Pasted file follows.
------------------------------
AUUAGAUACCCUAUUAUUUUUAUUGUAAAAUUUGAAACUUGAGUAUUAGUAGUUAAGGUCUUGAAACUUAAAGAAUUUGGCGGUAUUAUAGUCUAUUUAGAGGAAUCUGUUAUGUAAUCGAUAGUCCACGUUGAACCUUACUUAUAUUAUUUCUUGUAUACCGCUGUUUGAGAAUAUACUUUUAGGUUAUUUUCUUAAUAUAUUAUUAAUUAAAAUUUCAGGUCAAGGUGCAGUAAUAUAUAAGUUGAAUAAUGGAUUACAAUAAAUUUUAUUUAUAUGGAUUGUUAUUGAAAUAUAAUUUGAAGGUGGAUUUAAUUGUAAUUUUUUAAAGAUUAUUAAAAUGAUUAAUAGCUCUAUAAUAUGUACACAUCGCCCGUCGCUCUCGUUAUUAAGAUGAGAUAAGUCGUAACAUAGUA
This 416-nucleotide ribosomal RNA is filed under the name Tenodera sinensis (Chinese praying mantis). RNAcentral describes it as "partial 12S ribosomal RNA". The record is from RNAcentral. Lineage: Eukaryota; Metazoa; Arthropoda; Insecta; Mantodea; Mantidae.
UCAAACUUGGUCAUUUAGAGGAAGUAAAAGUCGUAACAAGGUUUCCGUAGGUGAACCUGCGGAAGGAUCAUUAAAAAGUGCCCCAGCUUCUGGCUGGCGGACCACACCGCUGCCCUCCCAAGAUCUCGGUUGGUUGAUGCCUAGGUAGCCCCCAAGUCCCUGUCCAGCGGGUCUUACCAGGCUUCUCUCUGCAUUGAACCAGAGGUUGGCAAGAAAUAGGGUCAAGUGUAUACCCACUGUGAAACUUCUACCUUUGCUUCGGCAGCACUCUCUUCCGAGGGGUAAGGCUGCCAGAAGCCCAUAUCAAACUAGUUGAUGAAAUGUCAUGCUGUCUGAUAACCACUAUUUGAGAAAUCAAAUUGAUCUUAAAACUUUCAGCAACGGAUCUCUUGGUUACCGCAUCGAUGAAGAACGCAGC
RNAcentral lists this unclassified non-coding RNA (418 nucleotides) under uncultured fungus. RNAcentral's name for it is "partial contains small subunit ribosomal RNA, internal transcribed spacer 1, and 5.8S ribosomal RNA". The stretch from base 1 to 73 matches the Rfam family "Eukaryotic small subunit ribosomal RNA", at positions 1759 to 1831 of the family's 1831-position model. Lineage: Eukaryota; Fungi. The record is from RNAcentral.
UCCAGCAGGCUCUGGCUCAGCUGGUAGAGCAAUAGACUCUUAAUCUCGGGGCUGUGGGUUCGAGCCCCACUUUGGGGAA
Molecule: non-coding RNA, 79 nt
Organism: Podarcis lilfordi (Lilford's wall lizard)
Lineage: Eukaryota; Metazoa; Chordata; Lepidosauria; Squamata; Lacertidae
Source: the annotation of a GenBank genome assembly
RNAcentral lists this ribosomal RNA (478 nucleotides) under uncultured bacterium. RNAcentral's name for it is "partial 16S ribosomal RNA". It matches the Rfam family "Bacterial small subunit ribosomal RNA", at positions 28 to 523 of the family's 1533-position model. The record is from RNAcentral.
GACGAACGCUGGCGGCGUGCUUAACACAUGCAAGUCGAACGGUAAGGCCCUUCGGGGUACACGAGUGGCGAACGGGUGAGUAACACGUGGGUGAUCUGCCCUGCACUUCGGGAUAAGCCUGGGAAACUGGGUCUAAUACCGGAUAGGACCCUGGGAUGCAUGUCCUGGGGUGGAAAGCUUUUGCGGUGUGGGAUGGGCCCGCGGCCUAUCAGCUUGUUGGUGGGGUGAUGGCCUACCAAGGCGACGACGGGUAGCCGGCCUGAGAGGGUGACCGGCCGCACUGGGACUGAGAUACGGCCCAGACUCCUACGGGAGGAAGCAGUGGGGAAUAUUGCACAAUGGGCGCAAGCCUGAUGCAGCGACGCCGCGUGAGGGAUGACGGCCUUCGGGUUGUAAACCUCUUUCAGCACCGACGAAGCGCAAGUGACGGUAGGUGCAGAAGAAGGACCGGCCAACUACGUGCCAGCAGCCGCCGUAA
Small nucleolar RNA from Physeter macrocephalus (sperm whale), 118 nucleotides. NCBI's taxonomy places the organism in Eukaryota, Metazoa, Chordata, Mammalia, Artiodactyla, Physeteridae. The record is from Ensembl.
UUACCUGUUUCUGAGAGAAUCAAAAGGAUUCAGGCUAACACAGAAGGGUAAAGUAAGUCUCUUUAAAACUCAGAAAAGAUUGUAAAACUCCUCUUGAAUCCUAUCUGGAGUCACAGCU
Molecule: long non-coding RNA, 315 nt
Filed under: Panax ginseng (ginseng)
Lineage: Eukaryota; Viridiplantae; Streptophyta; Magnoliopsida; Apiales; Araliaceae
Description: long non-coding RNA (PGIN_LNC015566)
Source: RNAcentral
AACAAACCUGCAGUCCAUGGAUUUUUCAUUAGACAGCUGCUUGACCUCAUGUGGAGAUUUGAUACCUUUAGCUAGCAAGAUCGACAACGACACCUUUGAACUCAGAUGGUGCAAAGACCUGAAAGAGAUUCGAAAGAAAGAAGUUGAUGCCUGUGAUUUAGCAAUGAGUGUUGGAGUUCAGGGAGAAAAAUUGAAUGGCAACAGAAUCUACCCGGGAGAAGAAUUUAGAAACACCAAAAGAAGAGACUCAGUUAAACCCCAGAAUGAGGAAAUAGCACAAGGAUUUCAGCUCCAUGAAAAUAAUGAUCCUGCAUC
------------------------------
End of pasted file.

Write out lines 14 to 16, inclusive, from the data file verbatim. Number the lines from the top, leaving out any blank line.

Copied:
Molecule: long non-coding RNA, 315 nt
Filed under: Panax ginseng (ginseng)
Lineage: Eukaryota; Viridiplantae; Streptophyta; Magnoliopsida; Apiales; Araliaceae